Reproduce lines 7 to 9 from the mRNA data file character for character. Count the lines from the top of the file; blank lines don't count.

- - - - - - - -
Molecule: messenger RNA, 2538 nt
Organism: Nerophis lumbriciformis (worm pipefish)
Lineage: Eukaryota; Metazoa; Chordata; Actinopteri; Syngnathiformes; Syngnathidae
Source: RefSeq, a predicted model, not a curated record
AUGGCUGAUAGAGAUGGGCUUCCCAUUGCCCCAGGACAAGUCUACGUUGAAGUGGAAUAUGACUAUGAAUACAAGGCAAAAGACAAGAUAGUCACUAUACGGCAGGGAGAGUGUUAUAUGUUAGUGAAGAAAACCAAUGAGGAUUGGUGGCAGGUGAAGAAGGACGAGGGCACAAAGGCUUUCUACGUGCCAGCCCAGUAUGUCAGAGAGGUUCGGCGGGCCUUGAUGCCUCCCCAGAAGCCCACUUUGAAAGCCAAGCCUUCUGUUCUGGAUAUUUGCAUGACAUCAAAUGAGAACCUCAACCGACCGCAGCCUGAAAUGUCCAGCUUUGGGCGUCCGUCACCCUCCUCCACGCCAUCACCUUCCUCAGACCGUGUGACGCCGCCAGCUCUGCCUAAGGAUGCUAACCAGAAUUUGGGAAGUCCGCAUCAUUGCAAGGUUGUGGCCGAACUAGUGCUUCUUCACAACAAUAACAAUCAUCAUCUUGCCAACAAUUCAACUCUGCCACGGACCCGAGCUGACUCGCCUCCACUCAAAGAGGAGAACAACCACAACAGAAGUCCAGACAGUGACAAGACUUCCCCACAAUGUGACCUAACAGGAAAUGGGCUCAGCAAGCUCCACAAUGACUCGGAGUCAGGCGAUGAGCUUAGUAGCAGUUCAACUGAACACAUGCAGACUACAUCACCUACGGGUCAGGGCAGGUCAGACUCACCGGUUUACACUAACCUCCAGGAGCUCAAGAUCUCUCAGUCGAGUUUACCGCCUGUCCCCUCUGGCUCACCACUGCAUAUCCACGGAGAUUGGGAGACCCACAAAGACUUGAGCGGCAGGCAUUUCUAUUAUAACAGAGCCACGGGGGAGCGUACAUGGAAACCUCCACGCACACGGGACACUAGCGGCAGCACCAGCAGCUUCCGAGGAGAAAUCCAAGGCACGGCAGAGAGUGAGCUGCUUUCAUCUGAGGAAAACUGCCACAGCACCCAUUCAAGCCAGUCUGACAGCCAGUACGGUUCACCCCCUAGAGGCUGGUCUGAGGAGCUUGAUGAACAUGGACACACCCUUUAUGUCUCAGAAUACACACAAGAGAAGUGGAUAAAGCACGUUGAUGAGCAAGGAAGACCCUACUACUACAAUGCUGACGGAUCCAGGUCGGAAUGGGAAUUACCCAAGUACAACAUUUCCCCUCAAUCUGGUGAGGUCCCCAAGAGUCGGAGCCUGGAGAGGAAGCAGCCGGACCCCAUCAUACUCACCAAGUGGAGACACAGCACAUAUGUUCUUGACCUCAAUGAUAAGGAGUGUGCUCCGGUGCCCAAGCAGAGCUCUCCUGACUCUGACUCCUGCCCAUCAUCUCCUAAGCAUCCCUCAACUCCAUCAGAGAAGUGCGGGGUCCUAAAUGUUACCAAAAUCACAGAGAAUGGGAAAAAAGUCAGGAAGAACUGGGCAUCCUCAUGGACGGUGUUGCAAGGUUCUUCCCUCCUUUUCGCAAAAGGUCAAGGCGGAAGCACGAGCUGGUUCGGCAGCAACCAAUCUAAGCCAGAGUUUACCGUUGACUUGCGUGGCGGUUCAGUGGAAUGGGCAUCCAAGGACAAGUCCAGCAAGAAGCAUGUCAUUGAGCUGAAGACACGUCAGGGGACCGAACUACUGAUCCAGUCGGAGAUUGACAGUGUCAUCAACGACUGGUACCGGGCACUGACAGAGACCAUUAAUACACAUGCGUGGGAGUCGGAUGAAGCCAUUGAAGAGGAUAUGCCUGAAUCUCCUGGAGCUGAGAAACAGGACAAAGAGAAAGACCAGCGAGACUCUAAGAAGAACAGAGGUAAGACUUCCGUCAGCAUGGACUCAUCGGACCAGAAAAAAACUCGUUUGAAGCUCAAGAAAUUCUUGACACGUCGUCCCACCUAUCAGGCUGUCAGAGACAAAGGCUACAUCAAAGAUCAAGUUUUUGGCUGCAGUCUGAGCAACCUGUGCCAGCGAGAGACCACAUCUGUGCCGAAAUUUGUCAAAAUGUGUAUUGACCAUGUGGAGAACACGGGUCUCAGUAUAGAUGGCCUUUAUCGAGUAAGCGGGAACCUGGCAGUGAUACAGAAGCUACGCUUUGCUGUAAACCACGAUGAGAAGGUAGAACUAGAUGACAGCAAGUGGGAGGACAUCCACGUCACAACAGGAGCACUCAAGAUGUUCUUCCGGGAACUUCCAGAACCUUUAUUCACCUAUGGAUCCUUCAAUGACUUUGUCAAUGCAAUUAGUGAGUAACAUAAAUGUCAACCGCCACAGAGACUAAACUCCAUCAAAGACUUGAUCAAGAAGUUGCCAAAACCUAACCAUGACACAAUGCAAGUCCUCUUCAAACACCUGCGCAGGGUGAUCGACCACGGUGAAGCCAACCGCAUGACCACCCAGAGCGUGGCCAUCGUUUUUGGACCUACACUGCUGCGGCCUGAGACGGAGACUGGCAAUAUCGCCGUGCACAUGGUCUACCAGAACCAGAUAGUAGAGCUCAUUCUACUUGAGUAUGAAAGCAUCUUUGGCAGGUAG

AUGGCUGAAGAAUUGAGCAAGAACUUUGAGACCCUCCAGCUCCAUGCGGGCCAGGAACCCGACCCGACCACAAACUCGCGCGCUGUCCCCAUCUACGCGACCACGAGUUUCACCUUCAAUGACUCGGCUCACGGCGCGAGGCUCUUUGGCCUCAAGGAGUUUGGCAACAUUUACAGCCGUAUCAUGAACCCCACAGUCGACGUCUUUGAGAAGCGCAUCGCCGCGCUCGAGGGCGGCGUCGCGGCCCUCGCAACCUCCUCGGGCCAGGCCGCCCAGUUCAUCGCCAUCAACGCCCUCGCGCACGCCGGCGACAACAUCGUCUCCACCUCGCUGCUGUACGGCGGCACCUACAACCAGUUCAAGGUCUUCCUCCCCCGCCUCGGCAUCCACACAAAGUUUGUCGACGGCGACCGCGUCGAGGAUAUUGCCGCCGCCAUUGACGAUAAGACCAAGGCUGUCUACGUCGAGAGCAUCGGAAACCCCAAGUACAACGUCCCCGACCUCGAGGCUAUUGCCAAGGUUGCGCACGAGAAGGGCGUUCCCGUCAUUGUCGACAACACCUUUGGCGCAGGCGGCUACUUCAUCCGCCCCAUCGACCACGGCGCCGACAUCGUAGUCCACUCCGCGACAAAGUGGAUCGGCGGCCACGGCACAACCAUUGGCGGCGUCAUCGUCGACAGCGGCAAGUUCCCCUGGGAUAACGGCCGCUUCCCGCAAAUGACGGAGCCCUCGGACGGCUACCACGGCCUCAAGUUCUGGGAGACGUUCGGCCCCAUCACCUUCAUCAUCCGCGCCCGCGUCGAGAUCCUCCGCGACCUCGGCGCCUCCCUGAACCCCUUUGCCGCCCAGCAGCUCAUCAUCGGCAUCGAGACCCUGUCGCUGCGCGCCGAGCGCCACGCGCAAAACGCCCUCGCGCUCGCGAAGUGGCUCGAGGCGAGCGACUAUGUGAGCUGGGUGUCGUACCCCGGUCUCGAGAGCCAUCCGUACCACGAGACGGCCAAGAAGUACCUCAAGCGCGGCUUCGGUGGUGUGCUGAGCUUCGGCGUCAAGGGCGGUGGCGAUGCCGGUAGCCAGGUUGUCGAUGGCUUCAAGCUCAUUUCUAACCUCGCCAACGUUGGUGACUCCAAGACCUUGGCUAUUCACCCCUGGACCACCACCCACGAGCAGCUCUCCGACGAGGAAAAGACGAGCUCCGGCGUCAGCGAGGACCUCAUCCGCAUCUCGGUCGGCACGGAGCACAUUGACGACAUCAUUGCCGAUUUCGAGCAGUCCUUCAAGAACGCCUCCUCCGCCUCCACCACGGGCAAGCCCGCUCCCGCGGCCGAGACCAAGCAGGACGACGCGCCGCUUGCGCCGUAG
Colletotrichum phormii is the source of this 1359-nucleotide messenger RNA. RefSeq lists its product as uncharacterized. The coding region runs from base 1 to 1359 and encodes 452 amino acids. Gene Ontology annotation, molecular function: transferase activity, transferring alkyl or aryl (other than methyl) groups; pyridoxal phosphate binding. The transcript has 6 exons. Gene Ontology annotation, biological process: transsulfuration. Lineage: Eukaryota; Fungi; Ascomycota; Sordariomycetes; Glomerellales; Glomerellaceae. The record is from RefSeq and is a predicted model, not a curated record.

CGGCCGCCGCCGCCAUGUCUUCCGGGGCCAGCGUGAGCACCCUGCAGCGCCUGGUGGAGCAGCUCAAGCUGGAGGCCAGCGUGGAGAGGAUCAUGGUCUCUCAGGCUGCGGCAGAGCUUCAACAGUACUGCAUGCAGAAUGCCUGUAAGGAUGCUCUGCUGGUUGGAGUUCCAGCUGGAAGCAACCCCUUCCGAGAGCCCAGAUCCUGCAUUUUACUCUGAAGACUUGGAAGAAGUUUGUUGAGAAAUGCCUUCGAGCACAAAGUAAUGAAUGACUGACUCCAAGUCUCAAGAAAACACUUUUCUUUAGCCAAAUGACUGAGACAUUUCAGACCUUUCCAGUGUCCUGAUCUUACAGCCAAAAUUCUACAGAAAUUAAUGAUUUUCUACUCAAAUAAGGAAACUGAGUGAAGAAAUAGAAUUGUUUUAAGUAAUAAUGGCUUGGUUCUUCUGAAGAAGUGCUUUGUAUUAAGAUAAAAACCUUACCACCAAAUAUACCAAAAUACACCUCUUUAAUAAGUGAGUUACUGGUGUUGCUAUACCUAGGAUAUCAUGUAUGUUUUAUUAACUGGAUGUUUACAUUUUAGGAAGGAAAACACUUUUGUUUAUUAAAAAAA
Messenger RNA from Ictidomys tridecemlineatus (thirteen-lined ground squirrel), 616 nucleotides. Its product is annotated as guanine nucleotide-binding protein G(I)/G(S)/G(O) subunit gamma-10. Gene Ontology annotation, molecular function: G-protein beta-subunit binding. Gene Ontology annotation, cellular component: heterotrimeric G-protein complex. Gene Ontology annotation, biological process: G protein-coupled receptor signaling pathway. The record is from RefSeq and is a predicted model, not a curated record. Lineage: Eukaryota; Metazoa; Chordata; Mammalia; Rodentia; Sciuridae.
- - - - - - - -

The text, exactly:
Colletotrichum phormii is the source of this 1359-nucleotide messenger RNA. RefSeq lists its product as uncharacterized. The coding region runs from base 1 to 1359 and encodes 452 amino acids. Gene Ontology annotation, molecular function: transferase activity, transferring alkyl or aryl (other than methyl) groups; pyridoxal phosphate binding. The transcript has 6 exons. Gene Ontology annotation, biological process: transsulfuration. Lineage: Eukaryota; Fungi; Ascomycota; Sordariomycetes; Glomerellales; Glomerellaceae. The record is from RefSeq and is a predicted model, not a curated record.

CGGCCGCCGCCGCCAUGUCUUCCGGGGCCAGCGUGAGCACCCUGCAGCGCCUGGUGGAGCAGCUCAAGCUGGAGGCCAGCGUGGAGAGGAUCAUGGUCUCUCAGGCUGCGGCAGAGCUUCAACAGUACUGCAUGCAGAAUGCCUGUAAGGAUGCUCUGCUGGUUGGAGUUCCAGCUGGAAGCAACCCCUUCCGAGAGCCCAGAUCCUGCAUUUUACUCUGAAGACUUGGAAGAAGUUUGUUGAGAAAUGCCUUCGAGCACAAAGUAAUGAAUGACUGACUCCAAGUCUCAAGAAAACACUUUUCUUUAGCCAAAUGACUGAGACAUUUCAGACCUUUCCAGUGUCCUGAUCUUACAGCCAAAAUUCUACAGAAAUUAAUGAUUUUCUACUCAAAUAAGGAAACUGAGUGAAGAAAUAGAAUUGUUUUAAGUAAUAAUGGCUUGGUUCUUCUGAAGAAGUGCUUUGUAUUAAGAUAAAAACCUUACCACCAAAUAUACCAAAAUACACCUCUUUAAUAAGUGAGUUACUGGUGUUGCUAUACCUAGGAUAUCAUGUAUGUUUUAUUAACUGGAUGUUUACAUUUUAGGAAGGAAAACACUUUUGUUUAUUAAAAAAA
Messenger RNA from Ictidomys tridecemlineatus (thirteen-lined ground squirrel), 616 nucleotides. Its product is annotated as guanine nucleotide-binding protein G(I)/G(S)/G(O) subunit gamma-10. Gene Ontology annotation, molecular function: G-protein beta-subunit binding. Gene Ontology annotation, cellular component: heterotrimeric G-protein complex. Gene Ontology annotation, biological process: G protein-coupled receptor signaling pathway. The record is from RefSeq and is a predicted model, not a curated record. Lineage: Eukaryota; Metazoa; Chordata; Mammalia; Rodentia; Sciuridae.